2

In order to prove measurability of $\Lambda(m)$, it suffices to show that the processes $$(t,\omega) \mapsto \max_{(t-1/m)^+ \leq s \leq t} W_s(\omega) \qquad \quad (t,\omega) \mapsto \min_{t \leq s \leq t+1/m} W_s(\omega)$$ are progressively measurable. Since any continuous (adapted) process is progressively measurable, we are done if we can show that ...


2

Let $(\Omega,\mathcal A,P)$ be a probability space and let $\mathcal B$ denote the Borel $\sigma$-algebra on $\mathbb R$. Any random variable $X:\Omega\rightarrow\mathbb R$ induces a probability $P_X$ on measurable space $(\mathbb R,\mathcal B)$. This by: $$P_X(B)=P(\{X\in B\})$$ for $B\in\mathcal B$. This $P_X$ is the distribution of $X$ and is ...


2

In general $\mathbb{E}[X \cdot Y] = \mathbb{E}[X] \cdot \mathbb{E}[Y]$, which you are trying to do, applies only if $X,Y$ are independent.


2

Not without further assumptions, I guess (your last equation holds in general only if $X$ and $\mathbf{1}_A$ are independent). Take $X$ the random variable equal to $0$ with probability $9/10$, and $10$ with probability $1/10$; and $A=\{X=0\}$. Then $$\mathbb{E}[X] = 1$$ but $$\mathbb{E}[X\mathbf{1}_A] = 0$$ while $\mathbb{P}(A) = 9/10$.


2

The problem is equivalent to Coupon collector's problem. The expected value is $$\mathbb{E}(X) = N H_N \approx N \, ln \, N$$ where $H_N$ is $N$-th harmonic number. Here $\mathbb{E}(X) \approx 2364.64$ The idea in solving this problem is calculating the expected number of people such that the number of different birthdays we have written increases ...


2

Work on a compact interval. call the function $f$. We then have a constant $L$ for that interval. If $t_0 < t_1 < ... < t_n,$ then $$ \sum |f(t_j)-f(t_{j+1})|^2 \leq L \sum |t_j-t_{j+1}|^2 $$ As the partition size goes to zero, the RHS goes to zero. In particular if the max distance between two of the points is $\delta$ then it is $$ \leq \delta ...


2

Consider $(\mu_n)_{n\geqslant 1}$ a Cauchy sequence for the metric $\rho$. Then for each $f$ (measurable) and bounded by $1$, the sequence $\left( \int_X f(x)\mathrm d\mu_n(x)\right)_{n\geqslant 1} $ is Cauchy. In particular, for each measurable subset $A$ of $X$, the sequence $(\mu_n(A))_{n\geqslant 1}$ is convergent. By the Vitali–Hahn–Saks theorem, we ...


2

$$\int_\Omega |X|\, dP < \infty \implies \int_{\{|X| > n\}} |X|\, dP \to 0$$ by the dominated convergence theorem. Since $nP(|X|>n)$ is bounded above by the last integral, we have it.


2

The expected value of the number of purchases until you have obtained the complete collection is $E_n=\sum\limits_{i=1}^{n}\frac{n}{n-i+1}=n\sum\limits_{k=1}^{n}\frac1k$. For reasons of symmetry $E(X_i)=\frac{E_n}{n}=\sum\limits_{k=1}^{n}\frac1k$ for all $i$.


2

No, in general the covariance does not converge to $0$. Just consider $([-1,1],\mathcal{B}([-1,1]))$ endowed with the Lebesgue measure and $$X_n(\omega) := Y_n(\omega) := -n 1_{[-1/n,0)}(\omega) + n 1_{(0,1/n]}(\omega), \qquad \omega \in [-1,1].$$ Since $X_n \to X:=0$ almost surely and $Y_n \to Y := 0$ almost surely, we have in particular $X_n \to 0$ and ...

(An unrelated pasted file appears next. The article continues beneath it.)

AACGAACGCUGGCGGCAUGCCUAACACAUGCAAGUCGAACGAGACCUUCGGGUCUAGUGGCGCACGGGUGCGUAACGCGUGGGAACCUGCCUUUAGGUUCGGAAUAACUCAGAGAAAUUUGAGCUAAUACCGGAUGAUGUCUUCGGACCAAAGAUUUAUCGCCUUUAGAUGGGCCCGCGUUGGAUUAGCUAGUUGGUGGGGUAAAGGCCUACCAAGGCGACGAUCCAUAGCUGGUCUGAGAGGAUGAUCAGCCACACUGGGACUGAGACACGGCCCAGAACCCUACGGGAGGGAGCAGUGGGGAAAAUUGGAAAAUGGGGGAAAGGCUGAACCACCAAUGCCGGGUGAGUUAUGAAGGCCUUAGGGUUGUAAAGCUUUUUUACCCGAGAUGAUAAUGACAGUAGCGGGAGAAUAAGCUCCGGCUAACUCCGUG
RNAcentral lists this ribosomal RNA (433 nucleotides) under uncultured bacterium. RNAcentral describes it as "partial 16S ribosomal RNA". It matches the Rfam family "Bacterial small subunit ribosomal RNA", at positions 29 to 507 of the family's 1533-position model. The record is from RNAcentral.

2

Let us use your idea. If the sequence of consecutive heads begins at Position 1, then the next term must be T, and the last term can be chosen freely, $2$ choices. If the sequence begins at Position 2, everything is forced, we only have THHHT, $1$ choice. And if the consecutive heads start at Position 3, our sequence must be of shape XTHHH, $2$ ...


1

Set $\DeclareMathOperator \gcd{gcd}$ $$N_x := \{n \in \mathbb{N}; p^n(x,x)>0\} \qquad \quad d_x := \gcd(N_x).$$ state 4: Since $p(4,4) = \frac{1}{2}>0$, it follows that $p^n(4,4)>0$ for all $n \in \mathbb{N}$; hence, $N_4 = \mathbb{N}$ and $d_4 = \gcd(\mathbb{N})=1$, i.e. state $4$ is aperiodic. state 3: We have $$p^2(3,3) = \mathbb{P}^3(X_2 = ...


1

Since the function $m'_X$ is continuous, we can find $\delta\lt h$ such that if $|s|\lt 2\delta$, then $m'_X(s)-m'_X(0)\leqslant -\mathbb E(X)/2$ (definition of continuity with $\varepsilon:=-\mathbb E(X)/2\gt 0$). We thus have $$|s|\lt 2\delta\Rightarrow m'_X(s)\leqslant \frac{ \mathbb E(X)}2,$$ hence for $0\lt t\lt\delta$, we have $$\tag{*} ...


1

Model: Set $A:=0$, $B:=50$. Let $\xi_j \sim \frac{1}{6} \delta_{-1} + \frac{1}{3} \delta_0 + \frac{1}{2} \delta_1$, $j \geq 1$, be independent identically distributed random variables. Then $$X_n := k + \sum_{j=1}^n \xi_j$$ is the position of the person after $n$ steps if the person starts at $X_0=k$. We would like to calculate the probability that the ...


1

If you want to know whether $\lim_{n\rightarrow\infty}X_n<\infty$ then you can just pick out some $k\in\mathbb N$ and have a look at sequence $X_{k+1},X_{k+2},\dots$. The values taken by $X_1,\dots,X_k$ are simply irrelevant when it comes to this question, and this is the case for any $k\in\mathbb N$. This observation allows the conclusion that event ...